Example of Recount:
There were so many places to see in Bali that my friend decided to join the tours to see as much as possible. My friend stayed in Kuta on arrival. He spent the first three days swimming and surfing on Kuta beach. He visited some tour agents and selected two tours. The first one was to Singaraja, the second was to Ubud.
On the day of the tour, he was ready. My friend and his group drove on through mountains. Singaraja is a city of about 90 thousands people. It is a busy but quiet town. The streets are lined with trees and there are many old Dutch houses. Then they returned very late in the evening to Kuta.
The second tour to Ubud was a very different tour. It was not to see the scenery but to see the art and the craft of the island. The first stop was at Batubulan, a center of stone sculpture. There my friend watched young boys were carving away at big blocks of stone. The next stop was Celuk, a center for silversmiths and golden smiths. After that he stopped a little while for lunch at Sukawati and on to mass. Mass is a tourist center
My friend ten-day-stay ended very quickly beside his two tours, all his day was spent on the beach. He went sailing or surfboarding every day. He was quiet satisfied.
had to get a mob of ewes and their lambs into the yards for shearing the next day. Then it was time for tea (that’s what my nana calls dinner).
Reorientation: This was a very long day but I enjoyed it a lot.
Our trip to the Blue Mountain
Orientation On Friday we went to the Blue Mountains. We stayed at David and Della’s house. It has a big garden with lots of colorful flowers and a tennis court.
Event 1 On Saturday we saw the Three Sisters and went on the scenic railway. It was scary. Then, Mummy and I went shopping with Della. We went to some antique shops and I tried on some old hats.
Event 2 On Sunday we went on the Scenic Skyway and it rocked. We saw cockatoos having a shower
Reorientation In the afternoon we went home.
What is email?
Electronic mail (also known as email or e-mail) is one of the most commonly used services on the Internet, allowing people to send messages to one or more recipients. Email was invented by Ray Tomlinson in 1972.
Why use email?
The operating principle behind email is relatively simple, which has quickly made it the most popular service used on the Internet. As with a traditional postal service, for your message to reach your recipient, all you need to know is their address. Its two main advantages over "paper mail" are the speed at which the email is sent (practically instantaneous) and the lower cost (included with the cost of an Internet connection).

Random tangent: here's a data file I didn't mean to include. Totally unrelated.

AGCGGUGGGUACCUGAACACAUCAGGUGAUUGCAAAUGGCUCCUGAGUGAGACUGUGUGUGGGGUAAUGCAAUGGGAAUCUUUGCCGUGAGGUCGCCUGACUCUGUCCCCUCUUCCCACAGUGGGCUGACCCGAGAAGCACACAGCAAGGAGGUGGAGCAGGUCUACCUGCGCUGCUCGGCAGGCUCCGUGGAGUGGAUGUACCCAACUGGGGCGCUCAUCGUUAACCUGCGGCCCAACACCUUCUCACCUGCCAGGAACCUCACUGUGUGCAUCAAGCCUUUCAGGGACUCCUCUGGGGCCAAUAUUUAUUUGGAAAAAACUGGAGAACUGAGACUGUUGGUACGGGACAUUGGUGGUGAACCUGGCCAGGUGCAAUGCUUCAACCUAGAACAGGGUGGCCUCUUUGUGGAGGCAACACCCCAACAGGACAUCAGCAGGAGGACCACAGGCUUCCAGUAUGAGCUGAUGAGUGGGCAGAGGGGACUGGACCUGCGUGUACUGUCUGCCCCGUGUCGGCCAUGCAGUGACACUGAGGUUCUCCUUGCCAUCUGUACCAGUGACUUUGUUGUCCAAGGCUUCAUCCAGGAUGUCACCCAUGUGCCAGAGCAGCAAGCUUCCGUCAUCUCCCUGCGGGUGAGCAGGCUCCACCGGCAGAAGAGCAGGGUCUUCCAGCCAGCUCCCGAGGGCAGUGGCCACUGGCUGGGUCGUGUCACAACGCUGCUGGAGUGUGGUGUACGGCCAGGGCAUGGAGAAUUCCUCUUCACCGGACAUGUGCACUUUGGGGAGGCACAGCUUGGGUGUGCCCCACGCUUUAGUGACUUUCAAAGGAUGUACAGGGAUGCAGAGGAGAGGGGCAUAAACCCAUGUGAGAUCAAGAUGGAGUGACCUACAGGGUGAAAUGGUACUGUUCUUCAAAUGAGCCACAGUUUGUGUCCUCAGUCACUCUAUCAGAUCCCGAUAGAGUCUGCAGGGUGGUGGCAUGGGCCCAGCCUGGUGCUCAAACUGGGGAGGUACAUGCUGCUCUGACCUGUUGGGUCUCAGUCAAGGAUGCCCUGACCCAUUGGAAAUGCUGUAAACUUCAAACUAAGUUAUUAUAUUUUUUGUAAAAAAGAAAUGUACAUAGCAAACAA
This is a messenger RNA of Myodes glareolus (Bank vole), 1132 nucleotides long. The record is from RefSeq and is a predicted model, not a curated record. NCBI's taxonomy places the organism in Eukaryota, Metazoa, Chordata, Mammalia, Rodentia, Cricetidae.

What's more, email can be used to instantaneously send a message to several people at once.
Email addresses (both for senders and recipients) are two strings separated by the character "@" (the "at sign"):
The right-hand part describes the domain name involved, and the left-hand part refers to the user who belongs to that domain. One or more mail servers (MX records in the Domain Name System) correspond to each domain.
An email address can be up to 255 characters long and can include the following characters: Lowercase letters from a to z; Digits The characters ".","_" and "-" (full stop, underscore, and hyphen)
In practice, an email address often looks something like this:
Recount Text a text written to retell for information or entertainment. A fictional narrative recount may consist of scene-setting, a starting point, a problem, account and a conclusion. The language is descriptive, and there may be dialogue. Characters are defined and often named. A non-fiction recount may begin with a scene-setting introduction.
This is a teaching strategy that can be used to lead into recount writing.
Card Trick for free writing
Give each student three cards.
Ask students to list all the places and people they saw during the holidays (1 minute brainstorm).
Students then share the list with a friend.
Have students place a circle around one thing they would like to share more about.
Ask students to draw or write as many words as they can think of that describe the circled place or person.
Have students share their words with a partner (1-2 minutes).
Ask students to use the words from Card Two and write about the place or person circled on Card One for three minutes non-stop.
Have students read their writing to a friend.